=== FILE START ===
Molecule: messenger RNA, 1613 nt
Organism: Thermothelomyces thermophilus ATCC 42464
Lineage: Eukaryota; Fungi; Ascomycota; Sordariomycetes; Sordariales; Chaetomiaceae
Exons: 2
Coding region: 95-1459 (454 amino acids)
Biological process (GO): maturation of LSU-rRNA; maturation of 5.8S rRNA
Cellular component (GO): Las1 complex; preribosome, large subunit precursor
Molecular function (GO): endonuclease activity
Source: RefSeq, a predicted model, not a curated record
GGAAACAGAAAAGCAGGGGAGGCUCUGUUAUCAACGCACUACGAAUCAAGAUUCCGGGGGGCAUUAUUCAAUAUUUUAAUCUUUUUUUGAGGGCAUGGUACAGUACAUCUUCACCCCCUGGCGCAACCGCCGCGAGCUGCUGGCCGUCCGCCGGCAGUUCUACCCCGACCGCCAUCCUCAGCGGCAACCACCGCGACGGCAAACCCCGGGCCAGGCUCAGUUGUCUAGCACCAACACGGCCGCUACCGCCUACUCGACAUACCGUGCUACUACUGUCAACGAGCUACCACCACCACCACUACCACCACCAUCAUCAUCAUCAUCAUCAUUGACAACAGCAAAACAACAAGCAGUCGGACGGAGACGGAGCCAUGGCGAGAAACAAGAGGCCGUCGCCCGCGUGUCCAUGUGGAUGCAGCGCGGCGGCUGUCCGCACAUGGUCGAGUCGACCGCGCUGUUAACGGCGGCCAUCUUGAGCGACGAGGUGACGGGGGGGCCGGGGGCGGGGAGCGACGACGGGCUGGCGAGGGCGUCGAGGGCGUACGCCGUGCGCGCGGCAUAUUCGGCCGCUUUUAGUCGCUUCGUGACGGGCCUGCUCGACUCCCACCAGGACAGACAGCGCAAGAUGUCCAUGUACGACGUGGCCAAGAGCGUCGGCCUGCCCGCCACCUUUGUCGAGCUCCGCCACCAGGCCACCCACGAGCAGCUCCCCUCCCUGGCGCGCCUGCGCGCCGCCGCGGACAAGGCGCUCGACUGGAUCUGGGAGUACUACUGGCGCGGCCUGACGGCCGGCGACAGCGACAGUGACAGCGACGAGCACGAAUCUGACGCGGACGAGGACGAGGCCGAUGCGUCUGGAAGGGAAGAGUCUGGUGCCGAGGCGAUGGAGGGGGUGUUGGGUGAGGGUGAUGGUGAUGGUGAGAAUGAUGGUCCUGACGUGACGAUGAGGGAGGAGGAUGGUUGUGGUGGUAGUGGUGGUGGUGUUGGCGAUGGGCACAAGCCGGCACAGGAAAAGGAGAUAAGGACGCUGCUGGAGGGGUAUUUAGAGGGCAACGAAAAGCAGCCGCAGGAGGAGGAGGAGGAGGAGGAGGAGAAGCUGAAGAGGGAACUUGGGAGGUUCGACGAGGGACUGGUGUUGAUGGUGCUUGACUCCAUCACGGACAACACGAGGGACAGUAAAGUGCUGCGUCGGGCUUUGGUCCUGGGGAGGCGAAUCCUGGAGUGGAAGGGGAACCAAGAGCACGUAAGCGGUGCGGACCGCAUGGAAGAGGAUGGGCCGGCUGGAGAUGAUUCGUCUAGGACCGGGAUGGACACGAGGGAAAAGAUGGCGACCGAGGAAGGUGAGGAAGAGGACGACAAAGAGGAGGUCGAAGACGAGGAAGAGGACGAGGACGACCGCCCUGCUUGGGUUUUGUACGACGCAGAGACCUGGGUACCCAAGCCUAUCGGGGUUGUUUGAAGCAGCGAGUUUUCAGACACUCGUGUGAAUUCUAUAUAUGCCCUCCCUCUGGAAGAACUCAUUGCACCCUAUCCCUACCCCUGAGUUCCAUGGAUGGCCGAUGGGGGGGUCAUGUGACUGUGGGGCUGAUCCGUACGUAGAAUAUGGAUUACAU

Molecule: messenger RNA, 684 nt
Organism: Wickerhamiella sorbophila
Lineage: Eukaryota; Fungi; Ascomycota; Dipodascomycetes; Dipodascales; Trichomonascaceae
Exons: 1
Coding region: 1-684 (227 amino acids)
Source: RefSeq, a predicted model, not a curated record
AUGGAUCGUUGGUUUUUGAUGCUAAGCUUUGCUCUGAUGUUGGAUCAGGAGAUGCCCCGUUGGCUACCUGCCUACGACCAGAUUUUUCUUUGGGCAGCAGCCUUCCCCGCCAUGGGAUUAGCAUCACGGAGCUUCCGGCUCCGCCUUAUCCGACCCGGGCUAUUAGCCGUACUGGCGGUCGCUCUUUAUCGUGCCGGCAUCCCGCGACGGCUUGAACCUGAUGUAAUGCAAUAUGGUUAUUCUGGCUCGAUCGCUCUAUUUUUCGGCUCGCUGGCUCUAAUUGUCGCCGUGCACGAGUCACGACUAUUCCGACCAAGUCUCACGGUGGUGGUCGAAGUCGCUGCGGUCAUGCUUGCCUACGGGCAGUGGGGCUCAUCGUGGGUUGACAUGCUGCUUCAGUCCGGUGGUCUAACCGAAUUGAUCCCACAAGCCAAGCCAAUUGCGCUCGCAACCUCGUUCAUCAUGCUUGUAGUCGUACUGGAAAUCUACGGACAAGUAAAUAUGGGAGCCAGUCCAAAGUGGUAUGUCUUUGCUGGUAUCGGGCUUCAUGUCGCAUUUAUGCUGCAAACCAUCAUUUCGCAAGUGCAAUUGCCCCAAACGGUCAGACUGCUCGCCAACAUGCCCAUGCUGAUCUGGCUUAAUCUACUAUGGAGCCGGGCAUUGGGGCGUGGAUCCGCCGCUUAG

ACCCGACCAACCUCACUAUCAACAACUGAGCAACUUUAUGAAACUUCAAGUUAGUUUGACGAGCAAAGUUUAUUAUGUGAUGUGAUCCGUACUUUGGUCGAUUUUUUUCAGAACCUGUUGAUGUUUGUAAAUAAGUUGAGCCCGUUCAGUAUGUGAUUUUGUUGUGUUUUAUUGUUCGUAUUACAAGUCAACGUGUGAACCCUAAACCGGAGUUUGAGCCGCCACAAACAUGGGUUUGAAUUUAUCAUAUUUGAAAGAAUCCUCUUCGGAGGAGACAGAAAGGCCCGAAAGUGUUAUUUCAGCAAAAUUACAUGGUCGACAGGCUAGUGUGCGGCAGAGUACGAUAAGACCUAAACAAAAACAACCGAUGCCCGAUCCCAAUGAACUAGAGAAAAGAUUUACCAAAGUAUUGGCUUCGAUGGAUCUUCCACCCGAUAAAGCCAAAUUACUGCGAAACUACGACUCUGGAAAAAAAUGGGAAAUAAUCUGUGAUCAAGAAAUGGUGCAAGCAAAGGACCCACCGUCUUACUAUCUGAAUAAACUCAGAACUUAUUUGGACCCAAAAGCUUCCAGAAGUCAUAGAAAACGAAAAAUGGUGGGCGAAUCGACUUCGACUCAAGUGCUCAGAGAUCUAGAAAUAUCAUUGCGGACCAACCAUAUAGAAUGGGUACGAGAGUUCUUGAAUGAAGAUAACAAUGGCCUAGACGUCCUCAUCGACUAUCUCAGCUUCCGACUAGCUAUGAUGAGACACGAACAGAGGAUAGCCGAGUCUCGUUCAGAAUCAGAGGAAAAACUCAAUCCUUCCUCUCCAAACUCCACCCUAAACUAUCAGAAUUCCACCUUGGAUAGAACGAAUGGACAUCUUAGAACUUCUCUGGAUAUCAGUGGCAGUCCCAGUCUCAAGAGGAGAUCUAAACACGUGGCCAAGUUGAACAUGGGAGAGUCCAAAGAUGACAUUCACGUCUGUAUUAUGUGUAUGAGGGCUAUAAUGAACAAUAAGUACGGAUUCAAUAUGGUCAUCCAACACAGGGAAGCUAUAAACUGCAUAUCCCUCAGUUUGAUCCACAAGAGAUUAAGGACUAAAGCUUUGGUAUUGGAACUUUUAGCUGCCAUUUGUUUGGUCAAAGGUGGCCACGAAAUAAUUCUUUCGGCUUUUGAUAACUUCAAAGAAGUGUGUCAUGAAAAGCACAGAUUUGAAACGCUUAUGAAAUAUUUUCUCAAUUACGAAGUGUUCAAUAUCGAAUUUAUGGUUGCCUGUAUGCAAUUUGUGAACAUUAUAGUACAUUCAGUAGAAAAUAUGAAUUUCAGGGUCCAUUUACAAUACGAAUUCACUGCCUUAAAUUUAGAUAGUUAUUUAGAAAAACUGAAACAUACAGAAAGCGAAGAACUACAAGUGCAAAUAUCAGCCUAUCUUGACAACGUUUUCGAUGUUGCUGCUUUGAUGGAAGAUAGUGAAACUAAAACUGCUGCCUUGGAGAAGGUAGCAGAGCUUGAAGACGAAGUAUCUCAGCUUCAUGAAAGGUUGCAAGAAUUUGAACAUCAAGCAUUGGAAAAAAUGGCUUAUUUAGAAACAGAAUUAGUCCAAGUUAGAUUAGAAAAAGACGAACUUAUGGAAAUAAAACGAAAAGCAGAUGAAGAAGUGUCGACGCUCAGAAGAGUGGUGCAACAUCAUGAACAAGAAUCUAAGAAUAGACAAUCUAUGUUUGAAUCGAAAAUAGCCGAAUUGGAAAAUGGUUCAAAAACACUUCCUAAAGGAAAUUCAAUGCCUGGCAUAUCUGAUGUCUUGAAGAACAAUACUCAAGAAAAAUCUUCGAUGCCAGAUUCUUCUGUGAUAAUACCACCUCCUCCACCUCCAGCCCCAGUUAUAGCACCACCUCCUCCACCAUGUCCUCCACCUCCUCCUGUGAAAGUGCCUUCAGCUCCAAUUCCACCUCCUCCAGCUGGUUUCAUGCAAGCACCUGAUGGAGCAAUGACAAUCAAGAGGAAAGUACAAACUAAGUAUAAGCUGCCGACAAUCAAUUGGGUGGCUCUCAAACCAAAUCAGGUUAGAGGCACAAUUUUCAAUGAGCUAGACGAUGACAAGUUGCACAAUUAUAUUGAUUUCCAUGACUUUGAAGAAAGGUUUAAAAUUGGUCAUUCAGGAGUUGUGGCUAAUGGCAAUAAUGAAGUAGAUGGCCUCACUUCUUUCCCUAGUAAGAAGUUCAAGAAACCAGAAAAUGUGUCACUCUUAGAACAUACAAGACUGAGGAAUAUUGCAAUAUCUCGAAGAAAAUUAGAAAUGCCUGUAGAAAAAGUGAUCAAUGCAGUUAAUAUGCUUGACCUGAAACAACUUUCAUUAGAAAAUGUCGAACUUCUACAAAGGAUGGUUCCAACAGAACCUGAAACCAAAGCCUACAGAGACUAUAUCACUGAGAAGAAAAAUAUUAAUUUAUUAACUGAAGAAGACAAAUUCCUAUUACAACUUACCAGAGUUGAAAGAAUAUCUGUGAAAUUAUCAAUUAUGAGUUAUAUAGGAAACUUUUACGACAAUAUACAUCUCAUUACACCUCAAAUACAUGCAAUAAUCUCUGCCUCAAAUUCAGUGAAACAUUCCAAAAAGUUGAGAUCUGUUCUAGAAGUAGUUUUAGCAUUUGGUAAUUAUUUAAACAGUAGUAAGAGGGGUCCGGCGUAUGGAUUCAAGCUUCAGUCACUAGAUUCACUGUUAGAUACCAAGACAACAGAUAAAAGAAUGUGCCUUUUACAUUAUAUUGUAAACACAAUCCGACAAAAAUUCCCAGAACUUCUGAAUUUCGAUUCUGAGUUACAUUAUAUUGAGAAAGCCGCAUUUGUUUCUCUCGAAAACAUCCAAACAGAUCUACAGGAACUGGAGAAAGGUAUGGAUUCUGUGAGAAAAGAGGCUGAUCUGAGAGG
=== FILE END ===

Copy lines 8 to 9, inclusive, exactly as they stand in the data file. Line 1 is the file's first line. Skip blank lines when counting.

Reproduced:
Molecular function (GO): endonuclease activity
Source: RefSeq, a predicted model, not a curated record